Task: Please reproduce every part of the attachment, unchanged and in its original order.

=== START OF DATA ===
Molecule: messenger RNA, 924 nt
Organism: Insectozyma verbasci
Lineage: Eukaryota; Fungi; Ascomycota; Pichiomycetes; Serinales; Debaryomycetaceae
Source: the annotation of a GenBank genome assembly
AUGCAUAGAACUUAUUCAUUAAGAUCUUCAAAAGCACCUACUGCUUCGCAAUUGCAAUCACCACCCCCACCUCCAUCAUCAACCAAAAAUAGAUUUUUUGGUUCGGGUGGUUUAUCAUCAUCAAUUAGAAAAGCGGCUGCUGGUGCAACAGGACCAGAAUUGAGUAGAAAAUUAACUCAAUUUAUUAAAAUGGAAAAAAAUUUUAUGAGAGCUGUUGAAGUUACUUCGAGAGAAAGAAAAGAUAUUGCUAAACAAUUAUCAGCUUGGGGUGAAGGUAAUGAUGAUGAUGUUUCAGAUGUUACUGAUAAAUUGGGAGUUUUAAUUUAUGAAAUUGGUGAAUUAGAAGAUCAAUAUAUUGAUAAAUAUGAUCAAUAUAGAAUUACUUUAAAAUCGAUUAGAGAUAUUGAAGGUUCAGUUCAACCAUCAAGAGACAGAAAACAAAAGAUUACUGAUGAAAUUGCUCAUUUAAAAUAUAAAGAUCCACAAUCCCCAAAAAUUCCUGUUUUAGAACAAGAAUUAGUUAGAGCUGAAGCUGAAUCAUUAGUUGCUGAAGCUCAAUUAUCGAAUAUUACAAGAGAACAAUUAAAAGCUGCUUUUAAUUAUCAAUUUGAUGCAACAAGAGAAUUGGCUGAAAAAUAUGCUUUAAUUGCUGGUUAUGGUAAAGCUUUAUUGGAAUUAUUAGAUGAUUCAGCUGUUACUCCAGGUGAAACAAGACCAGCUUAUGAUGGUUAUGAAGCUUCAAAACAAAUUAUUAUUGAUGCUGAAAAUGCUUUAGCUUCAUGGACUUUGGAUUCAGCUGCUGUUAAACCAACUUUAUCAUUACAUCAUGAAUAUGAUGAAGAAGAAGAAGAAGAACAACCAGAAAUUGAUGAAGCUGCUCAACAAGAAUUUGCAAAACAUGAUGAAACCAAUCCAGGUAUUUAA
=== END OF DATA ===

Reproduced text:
Molecule: messenger RNA, 924 nt
Organism: Insectozyma verbasci
Lineage: Eukaryota; Fungi; Ascomycota; Pichiomycetes; Serinales; Debaryomycetaceae
Source: the annotation of a GenBank genome assembly
AUGCAUAGAACUUAUUCAUUAAGAUCUUCAAAAGCACCUACUGCUUCGCAAUUGCAAUCACCACCCCCACCUCCAUCAUCAACCAAAAAUAGAUUUUUUGGUUCGGGUGGUUUAUCAUCAUCAAUUAGAAAAGCGGCUGCUGGUGCAACAGGACCAGAAUUGAGUAGAAAAUUAACUCAAUUUAUUAAAAUGGAAAAAAAUUUUAUGAGAGCUGUUGAAGUUACUUCGAGAGAAAGAAAAGAUAUUGCUAAACAAUUAUCAGCUUGGGGUGAAGGUAAUGAUGAUGAUGUUUCAGAUGUUACUGAUAAAUUGGGAGUUUUAAUUUAUGAAAUUGGUGAAUUAGAAGAUCAAUAUAUUGAUAAAUAUGAUCAAUAUAGAAUUACUUUAAAAUCGAUUAGAGAUAUUGAAGGUUCAGUUCAACCAUCAAGAGACAGAAAACAAAAGAUUACUGAUGAAAUUGCUCAUUUAAAAUAUAAAGAUCCACAAUCCCCAAAAAUUCCUGUUUUAGAACAAGAAUUAGUUAGAGCUGAAGCUGAAUCAUUAGUUGCUGAAGCUCAAUUAUCGAAUAUUACAAGAGAACAAUUAAAAGCUGCUUUUAAUUAUCAAUUUGAUGCAACAAGAGAAUUGGCUGAAAAAUAUGCUUUAAUUGCUGGUUAUGGUAAAGCUUUAUUGGAAUUAUUAGAUGAUUCAGCUGUUACUCCAGGUGAAACAAGACCAGCUUAUGAUGGUUAUGAAGCUUCAAAACAAAUUAUUAUUGAUGCUGAAAAUGCUUUAGCUUCAUGGACUUUGGAUUCAGCUGCUGUUAAACCAACUUUAUCAUUACAUCAUGAAUAUGAUGAAGAAGAAGAAGAAGAACAACCAGAAAUUGAUGAAGCUGCUCAACAAGAAUUUGCAAAACAUGAUGAAACCAAUCCAGGUAUUUAA